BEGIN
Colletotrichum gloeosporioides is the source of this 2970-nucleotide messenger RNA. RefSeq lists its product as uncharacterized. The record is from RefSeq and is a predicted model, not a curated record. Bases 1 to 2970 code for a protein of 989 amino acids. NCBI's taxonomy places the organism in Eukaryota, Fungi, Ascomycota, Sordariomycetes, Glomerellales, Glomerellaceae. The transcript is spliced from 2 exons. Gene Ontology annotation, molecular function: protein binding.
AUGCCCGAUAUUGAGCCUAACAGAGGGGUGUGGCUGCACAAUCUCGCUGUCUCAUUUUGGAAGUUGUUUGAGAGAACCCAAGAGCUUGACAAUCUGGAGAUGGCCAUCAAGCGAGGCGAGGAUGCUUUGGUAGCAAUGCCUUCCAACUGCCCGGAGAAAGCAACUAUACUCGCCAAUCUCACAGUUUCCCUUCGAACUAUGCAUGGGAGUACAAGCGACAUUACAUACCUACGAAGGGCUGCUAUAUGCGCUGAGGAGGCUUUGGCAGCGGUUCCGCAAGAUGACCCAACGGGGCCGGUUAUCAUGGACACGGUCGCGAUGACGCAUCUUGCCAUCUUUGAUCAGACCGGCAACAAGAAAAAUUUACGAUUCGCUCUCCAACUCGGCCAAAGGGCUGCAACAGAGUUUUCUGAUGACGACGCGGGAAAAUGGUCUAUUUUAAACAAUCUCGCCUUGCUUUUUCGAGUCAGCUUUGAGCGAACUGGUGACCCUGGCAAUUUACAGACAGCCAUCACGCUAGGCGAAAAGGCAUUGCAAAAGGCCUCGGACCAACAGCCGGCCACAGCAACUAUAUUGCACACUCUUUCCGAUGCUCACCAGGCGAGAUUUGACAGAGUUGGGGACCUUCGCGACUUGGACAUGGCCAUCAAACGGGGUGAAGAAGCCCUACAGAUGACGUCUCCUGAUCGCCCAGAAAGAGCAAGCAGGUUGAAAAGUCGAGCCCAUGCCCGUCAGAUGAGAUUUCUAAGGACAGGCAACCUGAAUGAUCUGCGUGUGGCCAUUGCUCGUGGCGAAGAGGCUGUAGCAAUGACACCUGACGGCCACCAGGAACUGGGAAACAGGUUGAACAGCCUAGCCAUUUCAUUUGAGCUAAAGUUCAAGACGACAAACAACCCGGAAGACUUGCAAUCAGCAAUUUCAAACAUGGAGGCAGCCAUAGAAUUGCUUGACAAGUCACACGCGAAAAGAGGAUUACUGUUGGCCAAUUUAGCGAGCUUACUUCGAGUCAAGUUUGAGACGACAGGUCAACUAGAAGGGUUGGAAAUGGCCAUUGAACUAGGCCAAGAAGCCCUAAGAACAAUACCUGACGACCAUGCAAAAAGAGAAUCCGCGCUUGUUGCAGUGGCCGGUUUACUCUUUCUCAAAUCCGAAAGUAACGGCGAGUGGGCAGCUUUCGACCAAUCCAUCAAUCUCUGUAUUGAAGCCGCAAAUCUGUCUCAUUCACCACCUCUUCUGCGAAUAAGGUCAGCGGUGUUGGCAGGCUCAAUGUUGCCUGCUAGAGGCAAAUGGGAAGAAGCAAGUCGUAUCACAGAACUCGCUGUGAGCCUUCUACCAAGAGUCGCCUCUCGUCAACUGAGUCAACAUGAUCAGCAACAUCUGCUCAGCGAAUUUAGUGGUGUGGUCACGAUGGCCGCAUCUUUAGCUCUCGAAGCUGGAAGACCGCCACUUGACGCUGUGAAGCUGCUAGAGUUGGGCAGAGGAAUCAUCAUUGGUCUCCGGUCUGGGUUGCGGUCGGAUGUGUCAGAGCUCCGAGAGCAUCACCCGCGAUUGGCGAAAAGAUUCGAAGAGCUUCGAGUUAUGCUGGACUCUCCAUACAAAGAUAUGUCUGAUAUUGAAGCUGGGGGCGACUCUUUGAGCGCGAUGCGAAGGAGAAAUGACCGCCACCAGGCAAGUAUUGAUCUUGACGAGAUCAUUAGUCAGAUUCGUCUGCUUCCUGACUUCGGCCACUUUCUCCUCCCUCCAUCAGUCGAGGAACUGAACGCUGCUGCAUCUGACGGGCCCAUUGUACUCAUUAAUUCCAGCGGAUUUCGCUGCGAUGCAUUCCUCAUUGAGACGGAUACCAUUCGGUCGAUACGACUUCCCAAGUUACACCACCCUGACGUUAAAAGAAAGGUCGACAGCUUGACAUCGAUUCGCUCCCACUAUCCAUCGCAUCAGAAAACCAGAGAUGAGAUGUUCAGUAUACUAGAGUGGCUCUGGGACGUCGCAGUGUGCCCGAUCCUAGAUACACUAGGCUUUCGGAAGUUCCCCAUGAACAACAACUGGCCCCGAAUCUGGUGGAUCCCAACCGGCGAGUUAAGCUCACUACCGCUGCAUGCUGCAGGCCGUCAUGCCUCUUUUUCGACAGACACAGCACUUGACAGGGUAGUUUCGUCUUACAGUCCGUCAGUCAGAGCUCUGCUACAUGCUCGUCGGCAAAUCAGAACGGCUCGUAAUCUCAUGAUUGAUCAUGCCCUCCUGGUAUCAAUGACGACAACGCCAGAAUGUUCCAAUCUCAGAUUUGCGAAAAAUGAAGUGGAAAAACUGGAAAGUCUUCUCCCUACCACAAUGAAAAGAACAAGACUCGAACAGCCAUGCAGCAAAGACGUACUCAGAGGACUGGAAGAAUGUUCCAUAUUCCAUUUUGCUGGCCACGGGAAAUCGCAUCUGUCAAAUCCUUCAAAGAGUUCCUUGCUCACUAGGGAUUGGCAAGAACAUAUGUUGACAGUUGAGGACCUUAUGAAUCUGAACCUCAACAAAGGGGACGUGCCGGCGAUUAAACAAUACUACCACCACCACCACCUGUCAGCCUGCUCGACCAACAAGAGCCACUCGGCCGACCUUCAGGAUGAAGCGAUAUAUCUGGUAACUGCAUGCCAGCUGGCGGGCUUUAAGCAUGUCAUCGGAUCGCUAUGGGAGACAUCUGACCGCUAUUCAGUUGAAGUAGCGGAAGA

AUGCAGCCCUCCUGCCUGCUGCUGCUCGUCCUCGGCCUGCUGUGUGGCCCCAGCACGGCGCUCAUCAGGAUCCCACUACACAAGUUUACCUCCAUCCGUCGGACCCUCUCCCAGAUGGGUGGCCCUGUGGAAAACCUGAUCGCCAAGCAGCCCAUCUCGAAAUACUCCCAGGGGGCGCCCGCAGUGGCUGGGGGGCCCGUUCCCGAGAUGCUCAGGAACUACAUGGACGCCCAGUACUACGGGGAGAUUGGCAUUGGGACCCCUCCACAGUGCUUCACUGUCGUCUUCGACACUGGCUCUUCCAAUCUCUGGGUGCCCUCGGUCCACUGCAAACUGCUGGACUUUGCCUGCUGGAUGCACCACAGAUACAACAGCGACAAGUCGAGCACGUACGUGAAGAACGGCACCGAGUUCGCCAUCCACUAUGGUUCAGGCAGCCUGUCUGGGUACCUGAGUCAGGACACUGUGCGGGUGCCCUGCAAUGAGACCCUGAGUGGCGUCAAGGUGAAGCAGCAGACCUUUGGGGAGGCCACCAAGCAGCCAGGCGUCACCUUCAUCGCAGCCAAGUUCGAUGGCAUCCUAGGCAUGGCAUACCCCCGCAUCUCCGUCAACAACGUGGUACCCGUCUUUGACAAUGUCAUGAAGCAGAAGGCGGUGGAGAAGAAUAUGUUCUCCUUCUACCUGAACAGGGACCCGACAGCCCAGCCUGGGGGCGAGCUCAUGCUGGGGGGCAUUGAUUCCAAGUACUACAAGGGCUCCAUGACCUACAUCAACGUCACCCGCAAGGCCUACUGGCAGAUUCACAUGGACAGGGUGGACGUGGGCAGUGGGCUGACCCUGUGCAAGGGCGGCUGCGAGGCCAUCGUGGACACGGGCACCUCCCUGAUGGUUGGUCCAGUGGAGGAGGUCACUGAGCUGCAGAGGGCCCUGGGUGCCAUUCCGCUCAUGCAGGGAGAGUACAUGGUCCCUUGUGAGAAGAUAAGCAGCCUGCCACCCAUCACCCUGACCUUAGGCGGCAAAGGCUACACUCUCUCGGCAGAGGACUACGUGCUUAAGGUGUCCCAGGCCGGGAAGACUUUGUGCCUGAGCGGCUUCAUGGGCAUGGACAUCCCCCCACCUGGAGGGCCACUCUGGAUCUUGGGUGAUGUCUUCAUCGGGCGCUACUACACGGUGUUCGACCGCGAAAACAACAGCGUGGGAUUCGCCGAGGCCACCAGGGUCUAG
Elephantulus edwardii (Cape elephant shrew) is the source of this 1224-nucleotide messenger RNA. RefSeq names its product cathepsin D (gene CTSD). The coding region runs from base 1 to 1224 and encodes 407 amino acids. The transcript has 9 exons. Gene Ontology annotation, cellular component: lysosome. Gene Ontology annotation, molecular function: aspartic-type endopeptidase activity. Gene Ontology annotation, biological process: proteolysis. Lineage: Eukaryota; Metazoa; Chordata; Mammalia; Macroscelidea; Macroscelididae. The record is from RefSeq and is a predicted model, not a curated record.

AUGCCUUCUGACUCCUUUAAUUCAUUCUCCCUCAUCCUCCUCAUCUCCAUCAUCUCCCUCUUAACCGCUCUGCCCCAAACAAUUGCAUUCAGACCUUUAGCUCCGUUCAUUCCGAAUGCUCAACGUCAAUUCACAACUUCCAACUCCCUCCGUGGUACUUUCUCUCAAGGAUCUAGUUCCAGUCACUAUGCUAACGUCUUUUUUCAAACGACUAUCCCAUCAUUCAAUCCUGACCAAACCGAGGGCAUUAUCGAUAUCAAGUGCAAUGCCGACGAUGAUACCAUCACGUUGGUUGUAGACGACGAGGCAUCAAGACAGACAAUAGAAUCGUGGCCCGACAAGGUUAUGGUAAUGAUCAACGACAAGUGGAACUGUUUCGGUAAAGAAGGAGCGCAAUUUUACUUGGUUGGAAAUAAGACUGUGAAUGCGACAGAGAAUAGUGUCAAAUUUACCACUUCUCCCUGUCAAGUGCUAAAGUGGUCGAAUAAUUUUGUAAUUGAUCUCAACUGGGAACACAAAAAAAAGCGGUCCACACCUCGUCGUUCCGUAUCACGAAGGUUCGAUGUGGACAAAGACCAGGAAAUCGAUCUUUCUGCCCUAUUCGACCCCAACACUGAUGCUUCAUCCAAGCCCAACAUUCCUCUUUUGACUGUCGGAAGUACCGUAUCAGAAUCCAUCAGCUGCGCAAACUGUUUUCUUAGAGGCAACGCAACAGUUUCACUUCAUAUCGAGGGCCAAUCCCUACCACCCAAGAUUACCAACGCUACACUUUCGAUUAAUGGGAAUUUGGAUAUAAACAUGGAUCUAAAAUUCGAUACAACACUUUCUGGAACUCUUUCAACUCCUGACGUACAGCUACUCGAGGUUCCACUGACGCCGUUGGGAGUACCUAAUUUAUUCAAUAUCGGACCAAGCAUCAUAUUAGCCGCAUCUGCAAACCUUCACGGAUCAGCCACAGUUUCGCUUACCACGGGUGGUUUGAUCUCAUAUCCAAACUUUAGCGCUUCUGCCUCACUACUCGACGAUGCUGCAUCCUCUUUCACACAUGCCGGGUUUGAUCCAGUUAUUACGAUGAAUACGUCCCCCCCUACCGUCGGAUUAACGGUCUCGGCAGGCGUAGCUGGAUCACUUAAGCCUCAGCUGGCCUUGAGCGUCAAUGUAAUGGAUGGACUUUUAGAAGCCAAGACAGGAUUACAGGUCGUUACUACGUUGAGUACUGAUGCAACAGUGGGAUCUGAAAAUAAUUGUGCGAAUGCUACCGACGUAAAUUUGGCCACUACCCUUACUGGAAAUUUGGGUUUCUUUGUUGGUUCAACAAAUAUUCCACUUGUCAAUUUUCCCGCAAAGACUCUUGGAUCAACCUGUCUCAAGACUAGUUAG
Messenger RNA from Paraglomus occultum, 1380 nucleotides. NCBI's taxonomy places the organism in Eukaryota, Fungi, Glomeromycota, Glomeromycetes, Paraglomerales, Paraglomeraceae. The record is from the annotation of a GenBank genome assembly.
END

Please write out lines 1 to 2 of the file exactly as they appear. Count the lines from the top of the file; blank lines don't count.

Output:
Colletotrichum gloeosporioides is the source of this 2970-nucleotide messenger RNA. RefSeq lists its product as uncharacterized. The record is from RefSeq and is a predicted model, not a curated record. Bases 1 to 2970 code for a protein of 989 amino acids. NCBI's taxonomy places the organism in Eukaryota, Fungi, Ascomycota, Sordariomycetes, Glomerellales, Glomerellaceae. The transcript is spliced from 2 exons. Gene Ontology annotation, molecular function: protein binding.
AUGCCCGAUAUUGAGCCUAACAGAGGGGUGUGGCUGCACAAUCUCGCUGUCUCAUUUUGGAAGUUGUUUGAGAGAACCCAAGAGCUUGACAAUCUGGAGAUGGCCAUCAAGCGAGGCGAGGAUGCUUUGGUAGCAAUGCCUUCCAACUGCCCGGAGAAAGCAACUAUACUCGCCAAUCUCACAGUUUCCCUUCGAACUAUGCAUGGGAGUACAAGCGACAUUACAUACCUACGAAGGGCUGCUAUAUGCGCUGAGGAGGCUUUGGCAGCGGUUCCGCAAGAUGACCCAACGGGGCCGGUUAUCAUGGACACGGUCGCGAUGACGCAUCUUGCCAUCUUUGAUCAGACCGGCAACAAGAAAAAUUUACGAUUCGCUCUCCAACUCGGCCAAAGGGCUGCAACAGAGUUUUCUGAUGACGACGCGGGAAAAUGGUCUAUUUUAAACAAUCUCGCCUUGCUUUUUCGAGUCAGCUUUGAGCGAACUGGUGACCCUGGCAAUUUACAGACAGCCAUCACGCUAGGCGAAAAGGCAUUGCAAAAGGCCUCGGACCAACAGCCGGCCACAGCAACUAUAUUGCACACUCUUUCCGAUGCUCACCAGGCGAGAUUUGACAGAGUUGGGGACCUUCGCGACUUGGACAUGGCCAUCAAACGGGGUGAAGAAGCCCUACAGAUGACGUCUCCUGAUCGCCCAGAAAGAGCAAGCAGGUUGAAAAGUCGAGCCCAUGCCCGUCAGAUGAGAUUUCUAAGGACAGGCAACCUGAAUGAUCUGCGUGUGGCCAUUGCUCGUGGCGAAGAGGCUGUAGCAAUGACACCUGACGGCCACCAGGAACUGGGAAACAGGUUGAACAGCCUAGCCAUUUCAUUUGAGCUAAAGUUCAAGACGACAAACAACCCGGAAGACUUGCAAUCAGCAAUUUCAAACAUGGAGGCAGCCAUAGAAUUGCUUGACAAGUCACACGCGAAAAGAGGAUUACUGUUGGCCAAUUUAGCGAGCUUACUUCGAGUCAAGUUUGAGACGACAGGUCAACUAGAAGGGUUGGAAAUGGCCAUUGAACUAGGCCAAGAAGCCCUAAGAACAAUACCUGACGACCAUGCAAAAAGAGAAUCCGCGCUUGUUGCAGUGGCCGGUUUACUCUUUCUCAAAUCCGAAAGUAACGGCGAGUGGGCAGCUUUCGACCAAUCCAUCAAUCUCUGUAUUGAAGCCGCAAAUCUGUCUCAUUCACCACCUCUUCUGCGAAUAAGGUCAGCGGUGUUGGCAGGCUCAAUGUUGCCUGCUAGAGGCAAAUGGGAAGAAGCAAGUCGUAUCACAGAACUCGCUGUGAGCCUUCUACCAAGAGUCGCCUCUCGUCAACUGAGUCAACAUGAUCAGCAACAUCUGCUCAGCGAAUUUAGUGGUGUGGUCACGAUGGCCGCAUCUUUAGCUCUCGAAGCUGGAAGACCGCCACUUGACGCUGUGAAGCUGCUAGAGUUGGGCAGAGGAAUCAUCAUUGGUCUCCGGUCUGGGUUGCGGUCGGAUGUGUCAGAGCUCCGAGAGCAUCACCCGCGAUUGGCGAAAAGAUUCGAAGAGCUUCGAGUUAUGCUGGACUCUCCAUACAAAGAUAUGUCUGAUAUUGAAGCUGGGGGCGACUCUUUGAGCGCGAUGCGAAGGAGAAAUGACCGCCACCAGGCAAGUAUUGAUCUUGACGAGAUCAUUAGUCAGAUUCGUCUGCUUCCUGACUUCGGCCACUUUCUCCUCCCUCCAUCAGUCGAGGAACUGAACGCUGCUGCAUCUGACGGGCCCAUUGUACUCAUUAAUUCCAGCGGAUUUCGCUGCGAUGCAUUCCUCAUUGAGACGGAUACCAUUCGGUCGAUACGACUUCCCAAGUUACACCACCCUGACGUUAAAAGAAAGGUCGACAGCUUGACAUCGAUUCGCUCCCACUAUCCAUCGCAUCAGAAAACCAGAGAUGAGAUGUUCAGUAUACUAGAGUGGCUCUGGGACGUCGCAGUGUGCCCGAUCCUAGAUACACUAGGCUUUCGGAAGUUCCCCAUGAACAACAACUGGCCCCGAAUCUGGUGGAUCCCAACCGGCGAGUUAAGCUCACUACCGCUGCAUGCUGCAGGCCGUCAUGCCUCUUUUUCGACAGACACAGCACUUGACAGGGUAGUUUCGUCUUACAGUCCGUCAGUCAGAGCUCUGCUACAUGCUCGUCGGCAAAUCAGAACGGCUCGUAAUCUCAUGAUUGAUCAUGCCCUCCUGGUAUCAAUGACGACAACGCCAGAAUGUUCCAAUCUCAGAUUUGCGAAAAAUGAAGUGGAAAAACUGGAAAGUCUUCUCCCUACCACAAUGAAAAGAACAAGACUCGAACAGCCAUGCAGCAAAGACGUACUCAGAGGACUGGAAGAAUGUUCCAUAUUCCAUUUUGCUGGCCACGGGAAAUCGCAUCUGUCAAAUCCUUCAAAGAGUUCCUUGCUCACUAGGGAUUGGCAAGAACAUAUGUUGACAGUUGAGGACCUUAUGAAUCUGAACCUCAACAAAGGGGACGUGCCGGCGAUUAAACAAUACUACCACCACCACCACCUGUCAGCCUGCUCGACCAACAAGAGCCACUCGGCCGACCUUCAGGAUGAAGCGAUAUAUCUGGUAACUGCAUGCCAGCUGGCGGGCUUUAAGCAUGUCAUCGGAUCGCUAUGGGAGACAUCUGACCGCUAUUCAGUUGAAGUAGCGGAAGA